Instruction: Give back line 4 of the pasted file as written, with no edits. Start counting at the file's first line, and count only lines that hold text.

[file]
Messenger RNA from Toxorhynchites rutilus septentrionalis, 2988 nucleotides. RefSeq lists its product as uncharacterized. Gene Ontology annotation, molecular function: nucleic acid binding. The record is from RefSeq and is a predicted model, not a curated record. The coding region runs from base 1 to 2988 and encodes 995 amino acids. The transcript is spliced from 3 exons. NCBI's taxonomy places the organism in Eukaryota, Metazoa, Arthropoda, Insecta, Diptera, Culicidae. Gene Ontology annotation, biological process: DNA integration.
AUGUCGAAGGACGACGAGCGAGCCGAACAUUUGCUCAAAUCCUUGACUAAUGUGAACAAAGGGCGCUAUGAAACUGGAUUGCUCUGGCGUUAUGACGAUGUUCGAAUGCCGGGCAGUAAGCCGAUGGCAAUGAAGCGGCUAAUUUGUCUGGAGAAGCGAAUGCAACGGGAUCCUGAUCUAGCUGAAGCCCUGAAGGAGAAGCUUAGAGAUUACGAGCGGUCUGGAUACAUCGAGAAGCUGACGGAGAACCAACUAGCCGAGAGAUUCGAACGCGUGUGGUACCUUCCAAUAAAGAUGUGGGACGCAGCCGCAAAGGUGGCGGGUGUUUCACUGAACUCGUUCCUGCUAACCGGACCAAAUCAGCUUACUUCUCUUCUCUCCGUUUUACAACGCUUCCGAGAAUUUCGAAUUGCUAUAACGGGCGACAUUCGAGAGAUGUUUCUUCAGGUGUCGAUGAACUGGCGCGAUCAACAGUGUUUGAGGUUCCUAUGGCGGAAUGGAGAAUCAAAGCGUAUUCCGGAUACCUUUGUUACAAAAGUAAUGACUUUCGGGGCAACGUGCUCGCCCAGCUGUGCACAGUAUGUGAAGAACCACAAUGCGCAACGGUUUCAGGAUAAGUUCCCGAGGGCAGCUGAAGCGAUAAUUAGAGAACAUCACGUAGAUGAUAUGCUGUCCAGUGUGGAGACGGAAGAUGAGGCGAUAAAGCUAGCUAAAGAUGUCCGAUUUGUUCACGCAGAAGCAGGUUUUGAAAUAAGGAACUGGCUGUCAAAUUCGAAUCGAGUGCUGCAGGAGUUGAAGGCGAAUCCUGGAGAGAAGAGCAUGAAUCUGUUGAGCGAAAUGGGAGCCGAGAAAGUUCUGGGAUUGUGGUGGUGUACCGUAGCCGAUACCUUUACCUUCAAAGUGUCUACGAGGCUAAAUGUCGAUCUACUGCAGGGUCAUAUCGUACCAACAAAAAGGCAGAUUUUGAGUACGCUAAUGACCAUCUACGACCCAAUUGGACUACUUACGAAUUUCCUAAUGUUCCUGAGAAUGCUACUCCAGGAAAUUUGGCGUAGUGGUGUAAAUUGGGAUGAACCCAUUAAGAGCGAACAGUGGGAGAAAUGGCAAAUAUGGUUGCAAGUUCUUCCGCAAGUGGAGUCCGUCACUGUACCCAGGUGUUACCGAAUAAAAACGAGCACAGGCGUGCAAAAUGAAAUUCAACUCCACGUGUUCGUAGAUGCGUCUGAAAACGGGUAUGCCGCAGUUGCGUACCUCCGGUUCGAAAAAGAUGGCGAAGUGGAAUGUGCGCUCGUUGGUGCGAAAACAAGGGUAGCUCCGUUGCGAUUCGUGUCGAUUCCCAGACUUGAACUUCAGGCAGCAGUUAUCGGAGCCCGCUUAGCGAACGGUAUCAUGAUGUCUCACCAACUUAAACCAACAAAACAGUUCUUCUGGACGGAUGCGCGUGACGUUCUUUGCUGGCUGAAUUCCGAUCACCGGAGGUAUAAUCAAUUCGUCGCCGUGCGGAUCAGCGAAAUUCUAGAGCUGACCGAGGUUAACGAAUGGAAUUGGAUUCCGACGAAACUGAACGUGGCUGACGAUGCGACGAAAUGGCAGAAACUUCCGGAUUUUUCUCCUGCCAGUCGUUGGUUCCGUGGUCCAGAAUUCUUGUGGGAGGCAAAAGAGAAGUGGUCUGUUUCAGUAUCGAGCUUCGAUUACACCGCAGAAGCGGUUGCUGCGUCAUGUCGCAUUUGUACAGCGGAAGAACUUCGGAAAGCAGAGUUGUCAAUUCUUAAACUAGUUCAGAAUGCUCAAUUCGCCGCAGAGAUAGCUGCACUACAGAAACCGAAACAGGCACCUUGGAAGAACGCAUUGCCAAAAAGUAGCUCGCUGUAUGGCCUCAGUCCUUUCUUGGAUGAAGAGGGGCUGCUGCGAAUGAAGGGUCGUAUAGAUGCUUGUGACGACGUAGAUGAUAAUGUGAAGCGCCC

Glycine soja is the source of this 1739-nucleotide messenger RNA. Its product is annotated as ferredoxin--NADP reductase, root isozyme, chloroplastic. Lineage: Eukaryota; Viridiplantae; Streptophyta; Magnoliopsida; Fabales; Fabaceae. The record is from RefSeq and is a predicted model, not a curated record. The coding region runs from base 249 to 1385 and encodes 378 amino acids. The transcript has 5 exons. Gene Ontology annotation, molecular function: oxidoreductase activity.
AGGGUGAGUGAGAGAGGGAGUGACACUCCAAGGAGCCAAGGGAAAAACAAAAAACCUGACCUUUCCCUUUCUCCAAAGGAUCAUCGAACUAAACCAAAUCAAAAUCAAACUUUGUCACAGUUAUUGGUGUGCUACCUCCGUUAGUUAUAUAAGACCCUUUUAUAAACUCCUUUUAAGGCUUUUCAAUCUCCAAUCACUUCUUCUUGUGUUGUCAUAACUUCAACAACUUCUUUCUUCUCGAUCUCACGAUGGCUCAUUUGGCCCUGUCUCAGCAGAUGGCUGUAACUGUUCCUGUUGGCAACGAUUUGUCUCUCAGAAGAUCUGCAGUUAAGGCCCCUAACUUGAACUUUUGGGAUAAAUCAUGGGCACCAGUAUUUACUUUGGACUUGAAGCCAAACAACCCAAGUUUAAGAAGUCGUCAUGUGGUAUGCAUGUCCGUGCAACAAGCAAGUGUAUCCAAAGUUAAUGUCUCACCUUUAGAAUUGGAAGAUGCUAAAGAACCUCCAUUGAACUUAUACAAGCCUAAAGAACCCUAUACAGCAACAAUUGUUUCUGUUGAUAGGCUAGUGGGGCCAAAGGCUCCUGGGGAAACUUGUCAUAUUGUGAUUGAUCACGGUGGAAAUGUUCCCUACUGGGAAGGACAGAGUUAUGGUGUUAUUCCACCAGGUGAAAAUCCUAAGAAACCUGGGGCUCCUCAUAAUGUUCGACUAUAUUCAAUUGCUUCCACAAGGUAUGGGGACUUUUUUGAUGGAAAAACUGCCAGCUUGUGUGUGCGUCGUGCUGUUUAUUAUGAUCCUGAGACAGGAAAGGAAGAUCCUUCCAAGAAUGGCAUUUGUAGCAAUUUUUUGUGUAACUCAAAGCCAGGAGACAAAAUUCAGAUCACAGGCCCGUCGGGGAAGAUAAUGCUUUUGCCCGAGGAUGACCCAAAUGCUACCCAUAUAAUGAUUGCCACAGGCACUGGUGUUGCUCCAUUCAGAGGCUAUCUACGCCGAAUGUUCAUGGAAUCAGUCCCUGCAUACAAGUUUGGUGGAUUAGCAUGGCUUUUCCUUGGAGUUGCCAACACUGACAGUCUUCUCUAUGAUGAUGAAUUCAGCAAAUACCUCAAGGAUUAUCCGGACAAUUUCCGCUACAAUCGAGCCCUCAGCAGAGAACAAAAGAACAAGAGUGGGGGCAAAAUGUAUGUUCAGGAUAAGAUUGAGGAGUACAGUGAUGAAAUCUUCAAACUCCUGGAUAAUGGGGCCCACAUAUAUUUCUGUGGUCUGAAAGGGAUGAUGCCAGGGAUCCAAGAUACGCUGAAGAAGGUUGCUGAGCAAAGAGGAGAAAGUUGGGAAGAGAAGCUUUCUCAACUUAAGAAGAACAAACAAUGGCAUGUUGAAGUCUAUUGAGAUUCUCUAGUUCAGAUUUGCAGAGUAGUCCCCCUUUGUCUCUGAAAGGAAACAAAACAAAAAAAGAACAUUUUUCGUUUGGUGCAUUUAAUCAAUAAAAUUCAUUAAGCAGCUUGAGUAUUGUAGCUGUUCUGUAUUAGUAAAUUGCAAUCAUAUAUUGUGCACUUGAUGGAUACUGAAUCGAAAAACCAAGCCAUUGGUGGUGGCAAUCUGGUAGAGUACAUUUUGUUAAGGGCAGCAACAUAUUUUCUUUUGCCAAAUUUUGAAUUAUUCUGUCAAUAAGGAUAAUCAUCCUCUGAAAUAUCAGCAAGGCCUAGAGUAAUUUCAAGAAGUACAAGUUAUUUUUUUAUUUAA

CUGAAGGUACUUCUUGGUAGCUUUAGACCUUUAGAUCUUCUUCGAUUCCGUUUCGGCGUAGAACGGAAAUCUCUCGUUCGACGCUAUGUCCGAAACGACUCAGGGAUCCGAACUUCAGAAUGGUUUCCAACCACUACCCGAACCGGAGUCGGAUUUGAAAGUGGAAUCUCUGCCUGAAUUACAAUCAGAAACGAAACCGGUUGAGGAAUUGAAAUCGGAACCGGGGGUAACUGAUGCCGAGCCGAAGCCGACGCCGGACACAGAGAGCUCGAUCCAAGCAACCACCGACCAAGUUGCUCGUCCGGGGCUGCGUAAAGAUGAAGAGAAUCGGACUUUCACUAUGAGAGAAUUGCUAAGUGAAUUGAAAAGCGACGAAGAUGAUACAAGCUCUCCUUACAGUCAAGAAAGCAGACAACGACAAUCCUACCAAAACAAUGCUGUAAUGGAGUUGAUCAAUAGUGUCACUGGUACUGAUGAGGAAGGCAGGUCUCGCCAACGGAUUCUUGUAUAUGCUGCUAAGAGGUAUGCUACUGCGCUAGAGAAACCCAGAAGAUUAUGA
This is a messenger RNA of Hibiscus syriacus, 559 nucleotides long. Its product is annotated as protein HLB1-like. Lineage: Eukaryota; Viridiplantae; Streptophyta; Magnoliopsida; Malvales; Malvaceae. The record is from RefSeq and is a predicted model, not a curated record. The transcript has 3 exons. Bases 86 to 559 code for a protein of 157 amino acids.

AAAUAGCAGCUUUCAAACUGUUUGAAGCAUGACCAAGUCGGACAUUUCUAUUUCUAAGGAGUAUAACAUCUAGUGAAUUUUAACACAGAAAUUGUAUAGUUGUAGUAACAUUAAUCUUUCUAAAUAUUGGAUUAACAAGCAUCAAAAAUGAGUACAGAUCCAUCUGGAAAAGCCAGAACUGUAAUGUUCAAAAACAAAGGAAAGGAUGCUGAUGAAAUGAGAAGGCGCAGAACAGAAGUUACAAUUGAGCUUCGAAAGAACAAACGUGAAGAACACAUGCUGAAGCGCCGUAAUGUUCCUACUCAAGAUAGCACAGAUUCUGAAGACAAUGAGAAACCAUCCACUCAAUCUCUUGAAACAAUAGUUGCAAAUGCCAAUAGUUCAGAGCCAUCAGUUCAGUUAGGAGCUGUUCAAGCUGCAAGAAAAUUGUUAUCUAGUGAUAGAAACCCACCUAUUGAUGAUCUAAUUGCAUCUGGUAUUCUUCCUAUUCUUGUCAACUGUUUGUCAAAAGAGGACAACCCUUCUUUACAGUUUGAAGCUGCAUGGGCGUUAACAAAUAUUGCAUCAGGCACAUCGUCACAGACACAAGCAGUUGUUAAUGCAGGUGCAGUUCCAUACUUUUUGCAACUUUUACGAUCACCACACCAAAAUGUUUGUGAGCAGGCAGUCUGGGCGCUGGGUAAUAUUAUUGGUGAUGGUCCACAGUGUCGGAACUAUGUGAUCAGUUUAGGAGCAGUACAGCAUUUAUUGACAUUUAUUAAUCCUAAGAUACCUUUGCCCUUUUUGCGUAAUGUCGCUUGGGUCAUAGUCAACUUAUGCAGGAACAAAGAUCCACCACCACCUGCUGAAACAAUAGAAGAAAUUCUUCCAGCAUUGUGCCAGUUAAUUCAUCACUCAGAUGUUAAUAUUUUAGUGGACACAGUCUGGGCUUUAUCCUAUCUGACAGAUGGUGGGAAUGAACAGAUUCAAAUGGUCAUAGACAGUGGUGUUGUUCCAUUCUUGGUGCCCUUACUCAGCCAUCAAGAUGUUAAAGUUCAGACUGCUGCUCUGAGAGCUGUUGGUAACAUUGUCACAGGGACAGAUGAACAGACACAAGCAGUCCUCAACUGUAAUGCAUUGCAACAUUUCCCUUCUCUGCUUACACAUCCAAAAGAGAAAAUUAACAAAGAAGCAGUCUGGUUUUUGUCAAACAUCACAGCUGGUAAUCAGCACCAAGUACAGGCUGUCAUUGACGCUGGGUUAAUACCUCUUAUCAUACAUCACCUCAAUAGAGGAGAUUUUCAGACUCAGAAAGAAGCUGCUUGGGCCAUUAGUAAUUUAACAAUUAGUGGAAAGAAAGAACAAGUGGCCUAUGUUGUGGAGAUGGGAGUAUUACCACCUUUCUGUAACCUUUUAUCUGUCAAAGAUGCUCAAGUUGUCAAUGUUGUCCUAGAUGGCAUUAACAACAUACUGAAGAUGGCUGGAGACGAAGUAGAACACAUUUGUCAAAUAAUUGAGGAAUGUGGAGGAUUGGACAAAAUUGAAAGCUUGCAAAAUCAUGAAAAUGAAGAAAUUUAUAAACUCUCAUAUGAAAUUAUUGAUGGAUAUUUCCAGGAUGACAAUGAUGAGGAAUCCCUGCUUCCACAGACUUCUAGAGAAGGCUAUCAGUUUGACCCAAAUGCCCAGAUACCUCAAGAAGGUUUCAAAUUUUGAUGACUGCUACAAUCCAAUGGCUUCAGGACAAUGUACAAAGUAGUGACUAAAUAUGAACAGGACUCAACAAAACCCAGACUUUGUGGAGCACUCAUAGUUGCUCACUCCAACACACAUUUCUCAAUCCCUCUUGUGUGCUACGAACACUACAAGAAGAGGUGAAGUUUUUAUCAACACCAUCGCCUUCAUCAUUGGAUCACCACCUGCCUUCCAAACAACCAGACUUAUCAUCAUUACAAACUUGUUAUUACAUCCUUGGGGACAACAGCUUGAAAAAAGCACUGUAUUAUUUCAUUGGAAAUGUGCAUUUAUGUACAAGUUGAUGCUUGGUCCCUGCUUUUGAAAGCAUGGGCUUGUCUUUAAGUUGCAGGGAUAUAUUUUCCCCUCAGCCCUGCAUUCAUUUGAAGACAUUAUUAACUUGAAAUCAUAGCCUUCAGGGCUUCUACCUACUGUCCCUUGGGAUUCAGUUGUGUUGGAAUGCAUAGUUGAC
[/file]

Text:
AGGGUGAGUGAGAGAGGGAGUGACACUCCAAGGAGCCAAGGGAAAAACAAAAAACCUGACCUUUCCCUUUCUCCAAAGGAUCAUCGAACUAAACCAAAUCAAAAUCAAACUUUGUCACAGUUAUUGGUGUGCUACCUCCGUUAGUUAUAUAAGACCCUUUUAUAAACUCCUUUUAAGGCUUUUCAAUCUCCAAUCACUUCUUCUUGUGUUGUCAUAACUUCAACAACUUCUUUCUUCUCGAUCUCACGAUGGCUCAUUUGGCCCUGUCUCAGCAGAUGGCUGUAACUGUUCCUGUUGGCAACGAUUUGUCUCUCAGAAGAUCUGCAGUUAAGGCCCCUAACUUGAACUUUUGGGAUAAAUCAUGGGCACCAGUAUUUACUUUGGACUUGAAGCCAAACAACCCAAGUUUAAGAAGUCGUCAUGUGGUAUGCAUGUCCGUGCAACAAGCAAGUGUAUCCAAAGUUAAUGUCUCACCUUUAGAAUUGGAAGAUGCUAAAGAACCUCCAUUGAACUUAUACAAGCCUAAAGAACCCUAUACAGCAACAAUUGUUUCUGUUGAUAGGCUAGUGGGGCCAAAGGCUCCUGGGGAAACUUGUCAUAUUGUGAUUGAUCACGGUGGAAAUGUUCCCUACUGGGAAGGACAGAGUUAUGGUGUUAUUCCACCAGGUGAAAAUCCUAAGAAACCUGGGGCUCCUCAUAAUGUUCGACUAUAUUCAAUUGCUUCCACAAGGUAUGGGGACUUUUUUGAUGGAAAAACUGCCAGCUUGUGUGUGCGUCGUGCUGUUUAUUAUGAUCCUGAGACAGGAAAGGAAGAUCCUUCCAAGAAUGGCAUUUGUAGCAAUUUUUUGUGUAACUCAAAGCCAGGAGACAAAAUUCAGAUCACAGGCCCGUCGGGGAAGAUAAUGCUUUUGCCCGAGGAUGACCCAAAUGCUACCCAUAUAAUGAUUGCCACAGGCACUGGUGUUGCUCCAUUCAGAGGCUAUCUACGCCGAAUGUUCAUGGAAUCAGUCCCUGCAUACAAGUUUGGUGGAUUAGCAUGGCUUUUCCUUGGAGUUGCCAACACUGACAGUCUUCUCUAUGAUGAUGAAUUCAGCAAAUACCUCAAGGAUUAUCCGGACAAUUUCCGCUACAAUCGAGCCCUCAGCAGAGAACAAAAGAACAAGAGUGGGGGCAAAAUGUAUGUUCAGGAUAAGAUUGAGGAGUACAGUGAUGAAAUCUUCAAACUCCUGGAUAAUGGGGCCCACAUAUAUUUCUGUGGUCUGAAAGGGAUGAUGCCAGGGAUCCAAGAUACGCUGAAGAAGGUUGCUGAGCAAAGAGGAGAAAGUUGGGAAGAGAAGCUUUCUCAACUUAAGAAGAACAAACAAUGGCAUGUUGAAGUCUAUUGAGAUUCUCUAGUUCAGAUUUGCAGAGUAGUCCCCCUUUGUCUCUGAAAGGAAACAAAACAAAAAAAGAACAUUUUUCGUUUGGUGCAUUUAAUCAAUAAAAUUCAUUAAGCAGCUUGAGUAUUGUAGCUGUUCUGUAUUAGUAAAUUGCAAUCAUAUAUUGUGCACUUGAUGGAUACUGAAUCGAAAAACCAAGCCAUUGGUGGUGGCAAUCUGGUAGAGUACAUUUUGUUAAGGGCAGCAACAUAUUUUCUUUUGCCAAAUUUUGAAUUAUUCUGUCAAUAAGGAUAAUCAUCCUCUGAAAUAUCAGCAAGGCCUAGAGUAAUUUCAAGAAGUACAAGUUAUUUUUUUAUUUAA